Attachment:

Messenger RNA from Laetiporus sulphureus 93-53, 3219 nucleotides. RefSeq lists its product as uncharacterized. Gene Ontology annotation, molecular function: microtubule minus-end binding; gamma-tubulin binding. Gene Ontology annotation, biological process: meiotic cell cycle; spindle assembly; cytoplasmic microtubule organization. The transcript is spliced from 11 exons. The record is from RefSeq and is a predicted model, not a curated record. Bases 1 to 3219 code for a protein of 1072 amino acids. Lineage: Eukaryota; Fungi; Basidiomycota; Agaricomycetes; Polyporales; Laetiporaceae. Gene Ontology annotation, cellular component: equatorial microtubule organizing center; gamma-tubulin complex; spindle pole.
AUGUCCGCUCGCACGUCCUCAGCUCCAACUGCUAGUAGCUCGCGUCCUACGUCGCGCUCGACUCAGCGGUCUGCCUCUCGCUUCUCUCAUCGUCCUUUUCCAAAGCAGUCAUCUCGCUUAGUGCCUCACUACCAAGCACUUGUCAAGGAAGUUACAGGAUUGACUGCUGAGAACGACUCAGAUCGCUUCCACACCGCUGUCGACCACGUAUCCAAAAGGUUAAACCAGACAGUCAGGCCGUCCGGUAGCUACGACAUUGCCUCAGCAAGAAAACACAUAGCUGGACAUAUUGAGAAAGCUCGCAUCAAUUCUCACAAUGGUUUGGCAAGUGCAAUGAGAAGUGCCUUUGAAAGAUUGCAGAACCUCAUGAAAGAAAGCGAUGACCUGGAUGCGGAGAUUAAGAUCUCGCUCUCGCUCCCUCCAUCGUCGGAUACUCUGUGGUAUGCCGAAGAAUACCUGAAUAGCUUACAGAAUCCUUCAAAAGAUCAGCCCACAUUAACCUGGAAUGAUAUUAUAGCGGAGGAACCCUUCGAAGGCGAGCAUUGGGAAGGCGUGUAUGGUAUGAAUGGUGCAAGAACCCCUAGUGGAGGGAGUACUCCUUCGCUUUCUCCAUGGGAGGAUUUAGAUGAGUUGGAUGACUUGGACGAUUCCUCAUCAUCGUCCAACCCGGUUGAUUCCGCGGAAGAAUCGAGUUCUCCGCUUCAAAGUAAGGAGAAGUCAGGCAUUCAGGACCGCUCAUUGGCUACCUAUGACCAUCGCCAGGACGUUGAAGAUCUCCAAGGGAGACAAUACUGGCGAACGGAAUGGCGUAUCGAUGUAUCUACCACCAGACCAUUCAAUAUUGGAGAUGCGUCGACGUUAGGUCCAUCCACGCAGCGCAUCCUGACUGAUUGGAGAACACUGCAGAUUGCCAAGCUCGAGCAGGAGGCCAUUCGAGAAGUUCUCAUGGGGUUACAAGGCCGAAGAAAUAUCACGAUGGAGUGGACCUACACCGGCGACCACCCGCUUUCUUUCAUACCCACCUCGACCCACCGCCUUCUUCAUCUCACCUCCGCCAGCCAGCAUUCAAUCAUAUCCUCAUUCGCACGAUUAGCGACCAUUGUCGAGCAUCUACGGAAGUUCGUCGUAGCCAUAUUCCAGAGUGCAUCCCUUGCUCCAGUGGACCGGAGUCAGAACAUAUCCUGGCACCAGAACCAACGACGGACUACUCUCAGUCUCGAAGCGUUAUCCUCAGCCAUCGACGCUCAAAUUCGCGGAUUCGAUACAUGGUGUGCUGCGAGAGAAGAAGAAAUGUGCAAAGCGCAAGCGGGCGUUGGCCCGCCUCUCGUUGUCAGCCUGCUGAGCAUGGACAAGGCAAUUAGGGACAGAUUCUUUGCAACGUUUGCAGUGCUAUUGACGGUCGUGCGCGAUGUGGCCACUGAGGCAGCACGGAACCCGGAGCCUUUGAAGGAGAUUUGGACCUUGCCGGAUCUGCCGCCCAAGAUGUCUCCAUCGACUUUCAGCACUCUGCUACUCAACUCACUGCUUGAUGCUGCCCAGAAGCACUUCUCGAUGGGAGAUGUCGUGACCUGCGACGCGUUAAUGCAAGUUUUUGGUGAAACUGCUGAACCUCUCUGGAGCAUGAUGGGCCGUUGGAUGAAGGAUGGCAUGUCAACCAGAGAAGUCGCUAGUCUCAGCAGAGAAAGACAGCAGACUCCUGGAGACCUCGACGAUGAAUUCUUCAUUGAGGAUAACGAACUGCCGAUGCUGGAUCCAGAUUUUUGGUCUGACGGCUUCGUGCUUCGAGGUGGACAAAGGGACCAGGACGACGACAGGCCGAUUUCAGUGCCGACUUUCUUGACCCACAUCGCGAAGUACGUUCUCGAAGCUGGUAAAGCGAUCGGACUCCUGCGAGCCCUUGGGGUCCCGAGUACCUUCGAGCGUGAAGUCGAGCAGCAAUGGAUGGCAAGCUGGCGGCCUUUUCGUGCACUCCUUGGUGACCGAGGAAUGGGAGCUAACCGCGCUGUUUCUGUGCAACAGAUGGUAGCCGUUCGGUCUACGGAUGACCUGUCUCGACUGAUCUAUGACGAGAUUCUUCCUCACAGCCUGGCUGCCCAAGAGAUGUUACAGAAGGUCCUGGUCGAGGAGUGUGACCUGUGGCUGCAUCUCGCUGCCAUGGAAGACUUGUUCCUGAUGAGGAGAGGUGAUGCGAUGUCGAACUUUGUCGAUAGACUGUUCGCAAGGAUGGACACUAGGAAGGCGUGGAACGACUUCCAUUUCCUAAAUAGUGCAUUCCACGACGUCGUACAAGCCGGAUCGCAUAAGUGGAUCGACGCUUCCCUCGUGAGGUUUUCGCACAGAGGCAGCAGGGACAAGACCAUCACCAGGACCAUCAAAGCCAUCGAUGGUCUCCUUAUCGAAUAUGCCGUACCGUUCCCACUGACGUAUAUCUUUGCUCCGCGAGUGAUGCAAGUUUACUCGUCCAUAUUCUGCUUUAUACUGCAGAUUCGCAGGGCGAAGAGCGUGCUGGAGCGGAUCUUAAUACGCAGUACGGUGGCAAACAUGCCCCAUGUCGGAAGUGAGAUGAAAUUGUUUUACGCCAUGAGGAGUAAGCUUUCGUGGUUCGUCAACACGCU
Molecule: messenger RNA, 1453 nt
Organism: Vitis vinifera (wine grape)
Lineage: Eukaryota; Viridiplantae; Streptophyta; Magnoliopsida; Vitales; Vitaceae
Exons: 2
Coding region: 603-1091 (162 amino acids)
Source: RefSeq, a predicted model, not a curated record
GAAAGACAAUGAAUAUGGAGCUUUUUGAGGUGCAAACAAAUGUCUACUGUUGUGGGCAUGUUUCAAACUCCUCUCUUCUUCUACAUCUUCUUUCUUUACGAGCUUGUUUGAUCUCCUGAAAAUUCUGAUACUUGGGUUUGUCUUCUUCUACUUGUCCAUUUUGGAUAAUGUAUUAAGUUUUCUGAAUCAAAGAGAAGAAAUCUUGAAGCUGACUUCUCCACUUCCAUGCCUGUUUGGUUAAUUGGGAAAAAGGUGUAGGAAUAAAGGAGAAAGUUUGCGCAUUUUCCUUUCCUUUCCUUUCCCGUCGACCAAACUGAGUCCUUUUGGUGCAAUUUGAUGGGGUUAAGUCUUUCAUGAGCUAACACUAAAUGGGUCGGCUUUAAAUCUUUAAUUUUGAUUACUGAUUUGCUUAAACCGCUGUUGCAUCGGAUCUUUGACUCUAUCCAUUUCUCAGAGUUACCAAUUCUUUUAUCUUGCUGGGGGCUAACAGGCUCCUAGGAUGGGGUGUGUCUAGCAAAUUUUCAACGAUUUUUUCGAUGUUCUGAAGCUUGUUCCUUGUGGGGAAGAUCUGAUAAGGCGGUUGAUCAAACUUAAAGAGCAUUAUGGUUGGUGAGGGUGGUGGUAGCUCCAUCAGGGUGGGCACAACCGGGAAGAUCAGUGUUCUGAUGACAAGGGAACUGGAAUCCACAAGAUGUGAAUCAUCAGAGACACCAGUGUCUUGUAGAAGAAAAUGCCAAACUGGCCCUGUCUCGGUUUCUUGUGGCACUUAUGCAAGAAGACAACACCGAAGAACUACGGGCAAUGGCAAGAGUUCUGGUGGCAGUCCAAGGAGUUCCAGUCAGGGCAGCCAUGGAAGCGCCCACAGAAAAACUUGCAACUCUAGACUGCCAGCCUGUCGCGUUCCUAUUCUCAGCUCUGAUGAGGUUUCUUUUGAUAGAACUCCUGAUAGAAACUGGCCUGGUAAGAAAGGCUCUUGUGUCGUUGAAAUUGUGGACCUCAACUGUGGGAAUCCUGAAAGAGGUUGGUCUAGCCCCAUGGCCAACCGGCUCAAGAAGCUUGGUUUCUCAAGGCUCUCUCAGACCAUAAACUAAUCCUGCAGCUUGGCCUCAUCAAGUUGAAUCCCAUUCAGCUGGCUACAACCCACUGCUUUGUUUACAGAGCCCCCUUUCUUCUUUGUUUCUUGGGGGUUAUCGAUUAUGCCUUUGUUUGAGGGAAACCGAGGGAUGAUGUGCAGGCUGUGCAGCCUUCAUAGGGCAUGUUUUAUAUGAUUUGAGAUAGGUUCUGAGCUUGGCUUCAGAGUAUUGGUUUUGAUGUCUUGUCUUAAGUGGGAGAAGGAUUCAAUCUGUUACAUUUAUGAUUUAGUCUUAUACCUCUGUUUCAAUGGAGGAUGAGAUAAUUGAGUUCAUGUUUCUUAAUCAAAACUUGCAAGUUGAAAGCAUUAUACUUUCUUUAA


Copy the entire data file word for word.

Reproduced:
Messenger RNA from Laetiporus sulphureus 93-53, 3219 nucleotides. RefSeq lists its product as uncharacterized. Gene Ontology annotation, molecular function: microtubule minus-end binding; gamma-tubulin binding. Gene Ontology annotation, biological process: meiotic cell cycle; spindle assembly; cytoplasmic microtubule organization. The transcript is spliced from 11 exons. The record is from RefSeq and is a predicted model, not a curated record. Bases 1 to 3219 code for a protein of 1072 amino acids. Lineage: Eukaryota; Fungi; Basidiomycota; Agaricomycetes; Polyporales; Laetiporaceae. Gene Ontology annotation, cellular component: equatorial microtubule organizing center; gamma-tubulin complex; spindle pole.
AUGUCCGCUCGCACGUCCUCAGCUCCAACUGCUAGUAGCUCGCGUCCUACGUCGCGCUCGACUCAGCGGUCUGCCUCUCGCUUCUCUCAUCGUCCUUUUCCAAAGCAGUCAUCUCGCUUAGUGCCUCACUACCAAGCACUUGUCAAGGAAGUUACAGGAUUGACUGCUGAGAACGACUCAGAUCGCUUCCACACCGCUGUCGACCACGUAUCCAAAAGGUUAAACCAGACAGUCAGGCCGUCCGGUAGCUACGACAUUGCCUCAGCAAGAAAACACAUAGCUGGACAUAUUGAGAAAGCUCGCAUCAAUUCUCACAAUGGUUUGGCAAGUGCAAUGAGAAGUGCCUUUGAAAGAUUGCAGAACCUCAUGAAAGAAAGCGAUGACCUGGAUGCGGAGAUUAAGAUCUCGCUCUCGCUCCCUCCAUCGUCGGAUACUCUGUGGUAUGCCGAAGAAUACCUGAAUAGCUUACAGAAUCCUUCAAAAGAUCAGCCCACAUUAACCUGGAAUGAUAUUAUAGCGGAGGAACCCUUCGAAGGCGAGCAUUGGGAAGGCGUGUAUGGUAUGAAUGGUGCAAGAACCCCUAGUGGAGGGAGUACUCCUUCGCUUUCUCCAUGGGAGGAUUUAGAUGAGUUGGAUGACUUGGACGAUUCCUCAUCAUCGUCCAACCCGGUUGAUUCCGCGGAAGAAUCGAGUUCUCCGCUUCAAAGUAAGGAGAAGUCAGGCAUUCAGGACCGCUCAUUGGCUACCUAUGACCAUCGCCAGGACGUUGAAGAUCUCCAAGGGAGACAAUACUGGCGAACGGAAUGGCGUAUCGAUGUAUCUACCACCAGACCAUUCAAUAUUGGAGAUGCGUCGACGUUAGGUCCAUCCACGCAGCGCAUCCUGACUGAUUGGAGAACACUGCAGAUUGCCAAGCUCGAGCAGGAGGCCAUUCGAGAAGUUCUCAUGGGGUUACAAGGCCGAAGAAAUAUCACGAUGGAGUGGACCUACACCGGCGACCACCCGCUUUCUUUCAUACCCACCUCGACCCACCGCCUUCUUCAUCUCACCUCCGCCAGCCAGCAUUCAAUCAUAUCCUCAUUCGCACGAUUAGCGACCAUUGUCGAGCAUCUACGGAAGUUCGUCGUAGCCAUAUUCCAGAGUGCAUCCCUUGCUCCAGUGGACCGGAGUCAGAACAUAUCCUGGCACCAGAACCAACGACGGACUACUCUCAGUCUCGAAGCGUUAUCCUCAGCCAUCGACGCUCAAAUUCGCGGAUUCGAUACAUGGUGUGCUGCGAGAGAAGAAGAAAUGUGCAAAGCGCAAGCGGGCGUUGGCCCGCCUCUCGUUGUCAGCCUGCUGAGCAUGGACAAGGCAAUUAGGGACAGAUUCUUUGCAACGUUUGCAGUGCUAUUGACGGUCGUGCGCGAUGUGGCCACUGAGGCAGCACGGAACCCGGAGCCUUUGAAGGAGAUUUGGACCUUGCCGGAUCUGCCGCCCAAGAUGUCUCCAUCGACUUUCAGCACUCUGCUACUCAACUCACUGCUUGAUGCUGCCCAGAAGCACUUCUCGAUGGGAGAUGUCGUGACCUGCGACGCGUUAAUGCAAGUUUUUGGUGAAACUGCUGAACCUCUCUGGAGCAUGAUGGGCCGUUGGAUGAAGGAUGGCAUGUCAACCAGAGAAGUCGCUAGUCUCAGCAGAGAAAGACAGCAGACUCCUGGAGACCUCGACGAUGAAUUCUUCAUUGAGGAUAACGAACUGCCGAUGCUGGAUCCAGAUUUUUGGUCUGACGGCUUCGUGCUUCGAGGUGGACAAAGGGACCAGGACGACGACAGGCCGAUUUCAGUGCCGACUUUCUUGACCCACAUCGCGAAGUACGUUCUCGAAGCUGGUAAAGCGAUCGGACUCCUGCGAGCCCUUGGGGUCCCGAGUACCUUCGAGCGUGAAGUCGAGCAGCAAUGGAUGGCAAGCUGGCGGCCUUUUCGUGCACUCCUUGGUGACCGAGGAAUGGGAGCUAACCGCGCUGUUUCUGUGCAACAGAUGGUAGCCGUUCGGUCUACGGAUGACCUGUCUCGACUGAUCUAUGACGAGAUUCUUCCUCACAGCCUGGCUGCCCAAGAGAUGUUACAGAAGGUCCUGGUCGAGGAGUGUGACCUGUGGCUGCAUCUCGCUGCCAUGGAAGACUUGUUCCUGAUGAGGAGAGGUGAUGCGAUGUCGAACUUUGUCGAUAGACUGUUCGCAAGGAUGGACACUAGGAAGGCGUGGAACGACUUCCAUUUCCUAAAUAGUGCAUUCCACGACGUCGUACAAGCCGGAUCGCAUAAGUGGAUCGACGCUUCCCUCGUGAGGUUUUCGCACAGAGGCAGCAGGGACAAGACCAUCACCAGGACCAUCAAAGCCAUCGAUGGUCUCCUUAUCGAAUAUGCCGUACCGUUCCCACUGACGUAUAUCUUUGCUCCGCGAGUGAUGCAAGUUUACUCGUCCAUAUUCUGCUUUAUACUGCAGAUUCGCAGGGCGAAGAGCGUGCUGGAGCGGAUCUUAAUACGCAGUACGGUGGCAAACAUGCCCCAUGUCGGAAGUGAGAUGAAAUUGUUUUACGCCAUGAGGAGUAAGCUUUCGUGGUUCGUCAACACGCU
Molecule: messenger RNA, 1453 nt
Organism: Vitis vinifera (wine grape)
Lineage: Eukaryota; Viridiplantae; Streptophyta; Magnoliopsida; Vitales; Vitaceae
Exons: 2
Coding region: 603-1091 (162 amino acids)
Source: RefSeq, a predicted model, not a curated record
GAAAGACAAUGAAUAUGGAGCUUUUUGAGGUGCAAACAAAUGUCUACUGUUGUGGGCAUGUUUCAAACUCCUCUCUUCUUCUACAUCUUCUUUCUUUACGAGCUUGUUUGAUCUCCUGAAAAUUCUGAUACUUGGGUUUGUCUUCUUCUACUUGUCCAUUUUGGAUAAUGUAUUAAGUUUUCUGAAUCAAAGAGAAGAAAUCUUGAAGCUGACUUCUCCACUUCCAUGCCUGUUUGGUUAAUUGGGAAAAAGGUGUAGGAAUAAAGGAGAAAGUUUGCGCAUUUUCCUUUCCUUUCCUUUCCCGUCGACCAAACUGAGUCCUUUUGGUGCAAUUUGAUGGGGUUAAGUCUUUCAUGAGCUAACACUAAAUGGGUCGGCUUUAAAUCUUUAAUUUUGAUUACUGAUUUGCUUAAACCGCUGUUGCAUCGGAUCUUUGACUCUAUCCAUUUCUCAGAGUUACCAAUUCUUUUAUCUUGCUGGGGGCUAACAGGCUCCUAGGAUGGGGUGUGUCUAGCAAAUUUUCAACGAUUUUUUCGAUGUUCUGAAGCUUGUUCCUUGUGGGGAAGAUCUGAUAAGGCGGUUGAUCAAACUUAAAGAGCAUUAUGGUUGGUGAGGGUGGUGGUAGCUCCAUCAGGGUGGGCACAACCGGGAAGAUCAGUGUUCUGAUGACAAGGGAACUGGAAUCCACAAGAUGUGAAUCAUCAGAGACACCAGUGUCUUGUAGAAGAAAAUGCCAAACUGGCCCUGUCUCGGUUUCUUGUGGCACUUAUGCAAGAAGACAACACCGAAGAACUACGGGCAAUGGCAAGAGUUCUGGUGGCAGUCCAAGGAGUUCCAGUCAGGGCAGCCAUGGAAGCGCCCACAGAAAAACUUGCAACUCUAGACUGCCAGCCUGUCGCGUUCCUAUUCUCAGCUCUGAUGAGGUUUCUUUUGAUAGAACUCCUGAUAGAAACUGGCCUGGUAAGAAAGGCUCUUGUGUCGUUGAAAUUGUGGACCUCAACUGUGGGAAUCCUGAAAGAGGUUGGUCUAGCCCCAUGGCCAACCGGCUCAAGAAGCUUGGUUUCUCAAGGCUCUCUCAGACCAUAAACUAAUCCUGCAGCUUGGCCUCAUCAAGUUGAAUCCCAUUCAGCUGGCUACAACCCACUGCUUUGUUUACAGAGCCCCCUUUCUUCUUUGUUUCUUGGGGGUUAUCGAUUAUGCCUUUGUUUGAGGGAAACCGAGGGAUGAUGUGCAGGCUGUGCAGCCUUCAUAGGGCAUGUUUUAUAUGAUUUGAGAUAGGUUCUGAGCUUGGCUUCAGAGUAUUGGUUUUGAUGUCUUGUCUUAAGUGGGAGAAGGAUUCAAUCUGUUACAUUUAUGAUUUAGUCUUAUACCUCUGUUUCAAUGGAGGAUGAGAUAAUUGAGUUCAUGUUUCUUAAUCAAAACUUGCAAGUUGAAAGCAUUAUACUUUCUUUAA